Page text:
4 ways of looking at FinReg & The Law

by Vault Law Editors | April 16, 2010

  • My Vault

There are at least 4 ways of looking at the impact of the proposed financial regulation reform legislation on the legal industry and legal careers: 1.) The ongoing role of lawyer-lobbyists; 2.) The effect on the broader practice of law; 3.) The opportunities available to students and young lawyers; and 3.) The effect on one’s decision to pursue law as a career.

1.  The huge, immediate role being played by lawyer/lobbyists and their firms in the shaping of the bill.

It is reasonable to assume that the money that will be spent trying to influence the financial reform bill could make the amount spent on the health care bill look like a pittance. And since the bill will be even less comprehensible to the public, the lobbyists can be more aggressive. This is an interesting fight, with myriad parties with clashing agendas at stake in this process. For instance, the interests of big banks and small banks are not exactly aligned (e.g., smaller institutions are pushing to raise the asset threshold from $10 billion to $50 billion coverage by the proposed Consumer Financial Protection Authority.)

2.  The subsequent, substantive effects on the broader practice of law.

a.)  The proposed CFPA would be a massive regulatory authority. For obvious reasons, these tend be huge make-work programs for lawyers. CFPA would cover a wide range of financial transactions (including mortgage and payday loans, among many others). Presumably these lending entities will need help on compliance matters, or to defend against alleged violations. The proposed abusive lending provisions are by some accounts “opaque and difficult to determine” in that the CFPA must prove the alleged abuser sought to capitalize on the borrower’s inability to meet the terms or even make sense of the deal. This would seem a very difficult thing to prove and would hardly diminish the amount and complexity of resultant litigation.

b.)  “Too Big to Fail” provisions: In lieu of massively complex Chapter 11 filings by financial firms, there is a proposed prepaid bailout fund, funded by the largest financial institutions themselves. There would still be large, complex bankruptcy filings—not on Lehman’s scale—but a new “orderly” liquidation process would take place for the biggest failing companies (but that still requires legal proceedings and filings by secured creditors), while most large companies would still go through the normal bankruptcy process. Fear not, bankruptcy attorneys, there will still be plenty of work. (This is perhaps the most politically contentious aspect of FinReg: many fear the consequences of an implicit guarantee of government support in the case of institutional failure.)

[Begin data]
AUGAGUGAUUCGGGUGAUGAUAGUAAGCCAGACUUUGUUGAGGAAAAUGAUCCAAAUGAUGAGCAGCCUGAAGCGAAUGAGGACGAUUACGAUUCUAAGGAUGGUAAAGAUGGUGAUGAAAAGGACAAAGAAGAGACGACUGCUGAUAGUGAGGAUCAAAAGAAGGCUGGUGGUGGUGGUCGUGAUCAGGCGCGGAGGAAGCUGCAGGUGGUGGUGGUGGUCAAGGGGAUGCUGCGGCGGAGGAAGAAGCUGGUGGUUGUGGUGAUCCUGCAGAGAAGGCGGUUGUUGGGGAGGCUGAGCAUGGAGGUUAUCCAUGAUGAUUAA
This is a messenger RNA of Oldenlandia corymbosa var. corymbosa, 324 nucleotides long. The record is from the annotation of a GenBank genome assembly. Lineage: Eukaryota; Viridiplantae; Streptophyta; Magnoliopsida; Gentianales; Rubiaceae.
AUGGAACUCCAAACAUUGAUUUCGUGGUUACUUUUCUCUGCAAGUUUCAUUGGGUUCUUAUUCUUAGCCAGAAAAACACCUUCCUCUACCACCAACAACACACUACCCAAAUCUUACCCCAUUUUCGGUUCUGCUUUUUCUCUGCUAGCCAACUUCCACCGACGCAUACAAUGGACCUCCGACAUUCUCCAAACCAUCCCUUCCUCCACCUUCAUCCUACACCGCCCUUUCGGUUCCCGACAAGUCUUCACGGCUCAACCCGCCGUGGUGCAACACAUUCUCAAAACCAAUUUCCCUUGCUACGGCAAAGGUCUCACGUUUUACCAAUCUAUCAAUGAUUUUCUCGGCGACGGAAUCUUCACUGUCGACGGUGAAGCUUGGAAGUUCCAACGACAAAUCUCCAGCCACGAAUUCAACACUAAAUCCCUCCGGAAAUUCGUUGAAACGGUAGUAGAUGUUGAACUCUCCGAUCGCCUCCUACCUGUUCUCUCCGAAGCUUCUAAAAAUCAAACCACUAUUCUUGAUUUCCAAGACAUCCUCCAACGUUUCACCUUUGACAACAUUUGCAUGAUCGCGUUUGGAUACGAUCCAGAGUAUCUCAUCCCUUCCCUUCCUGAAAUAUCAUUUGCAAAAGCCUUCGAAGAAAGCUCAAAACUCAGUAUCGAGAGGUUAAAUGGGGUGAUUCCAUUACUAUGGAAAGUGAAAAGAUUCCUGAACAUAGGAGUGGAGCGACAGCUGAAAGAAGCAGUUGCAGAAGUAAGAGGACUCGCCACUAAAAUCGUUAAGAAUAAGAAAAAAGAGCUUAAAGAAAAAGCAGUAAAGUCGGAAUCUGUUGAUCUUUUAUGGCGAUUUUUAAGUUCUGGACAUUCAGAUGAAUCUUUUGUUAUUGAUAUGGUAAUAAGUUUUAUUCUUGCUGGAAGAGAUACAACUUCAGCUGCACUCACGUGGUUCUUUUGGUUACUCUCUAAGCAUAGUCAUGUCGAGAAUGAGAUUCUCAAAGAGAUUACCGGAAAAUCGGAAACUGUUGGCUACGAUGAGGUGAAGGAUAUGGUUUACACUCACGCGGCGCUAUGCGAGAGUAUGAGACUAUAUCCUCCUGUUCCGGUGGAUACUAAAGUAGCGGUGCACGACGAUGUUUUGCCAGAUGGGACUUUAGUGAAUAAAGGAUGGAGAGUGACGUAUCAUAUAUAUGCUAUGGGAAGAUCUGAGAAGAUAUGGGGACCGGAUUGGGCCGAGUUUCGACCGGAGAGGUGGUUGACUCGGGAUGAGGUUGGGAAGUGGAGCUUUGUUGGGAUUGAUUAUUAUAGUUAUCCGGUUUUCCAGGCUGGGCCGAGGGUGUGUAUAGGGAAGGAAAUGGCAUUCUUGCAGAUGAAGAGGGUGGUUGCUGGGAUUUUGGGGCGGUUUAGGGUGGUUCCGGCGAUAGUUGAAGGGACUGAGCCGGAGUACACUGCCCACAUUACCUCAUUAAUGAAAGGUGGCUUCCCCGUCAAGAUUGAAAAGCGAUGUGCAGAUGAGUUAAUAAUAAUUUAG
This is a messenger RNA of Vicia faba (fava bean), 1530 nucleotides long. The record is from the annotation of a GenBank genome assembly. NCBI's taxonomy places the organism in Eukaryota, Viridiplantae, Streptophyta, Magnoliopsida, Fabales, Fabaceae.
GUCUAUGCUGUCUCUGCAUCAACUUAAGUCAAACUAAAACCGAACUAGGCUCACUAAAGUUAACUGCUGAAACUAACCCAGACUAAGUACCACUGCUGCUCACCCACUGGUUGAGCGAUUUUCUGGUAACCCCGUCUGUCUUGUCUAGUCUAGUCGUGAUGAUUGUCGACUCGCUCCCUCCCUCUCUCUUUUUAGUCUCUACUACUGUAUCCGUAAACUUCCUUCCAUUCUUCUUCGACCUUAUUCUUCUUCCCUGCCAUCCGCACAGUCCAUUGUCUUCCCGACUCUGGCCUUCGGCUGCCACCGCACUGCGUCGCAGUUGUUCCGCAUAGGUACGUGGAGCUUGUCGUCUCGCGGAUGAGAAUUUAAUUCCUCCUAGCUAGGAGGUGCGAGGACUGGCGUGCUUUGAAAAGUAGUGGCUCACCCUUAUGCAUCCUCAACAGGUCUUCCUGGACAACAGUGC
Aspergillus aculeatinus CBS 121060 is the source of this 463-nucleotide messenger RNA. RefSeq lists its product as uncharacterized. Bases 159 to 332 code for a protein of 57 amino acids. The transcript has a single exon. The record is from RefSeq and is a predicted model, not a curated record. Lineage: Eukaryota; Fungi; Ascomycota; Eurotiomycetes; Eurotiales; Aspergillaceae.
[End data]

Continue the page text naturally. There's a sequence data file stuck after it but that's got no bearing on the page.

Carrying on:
c.)  Resolution Authority: The Fed would have the power to intervene with—even dismantle—failing hedge funds or insurers. The precise criteria to define the point at which the Fed could act are being hammered out.

d.)  State vs federal powers. The Obama administration has pushed for an expansion of the scope of individual states’ financial regulations.  A patchwork of regulations might result, similar to corporate law, where we have a range of “friendly” and “burdensome” jurisdictions.   That there is a disproportionate concentration of corporate lawyers in Wilmington, Delaware, is no accident. Presumably, the new landscape will have similarly concrete influence on where and what some lawyers practice.

3.  The new opportunities available to younger lawyers and current law students.

The emergence of a new, wide-ranging, and complex regulatory scheme presents new possibilities for young lawyers. As with health care, there will be high demand for experts in the new system. These experts do not yet exist.  And, unfortunately, neither do many of the traditional paths to expertise (a/k/a “jobs”). Clearly, any young lawyers who aspire to work in large firms (as well as those who’ve been laid off or deferred) are in a tough spot.  These attorneys should consider doing something academic—assisting former professors with research and/or writing for publication—all the while staying vigilantly connected to what’s going on in Washington.

4.  The effect financial reform SHOULD have on one’s decision to pursue law school and/or a legal career.

None.

-posted by brian

Filed Under: Law

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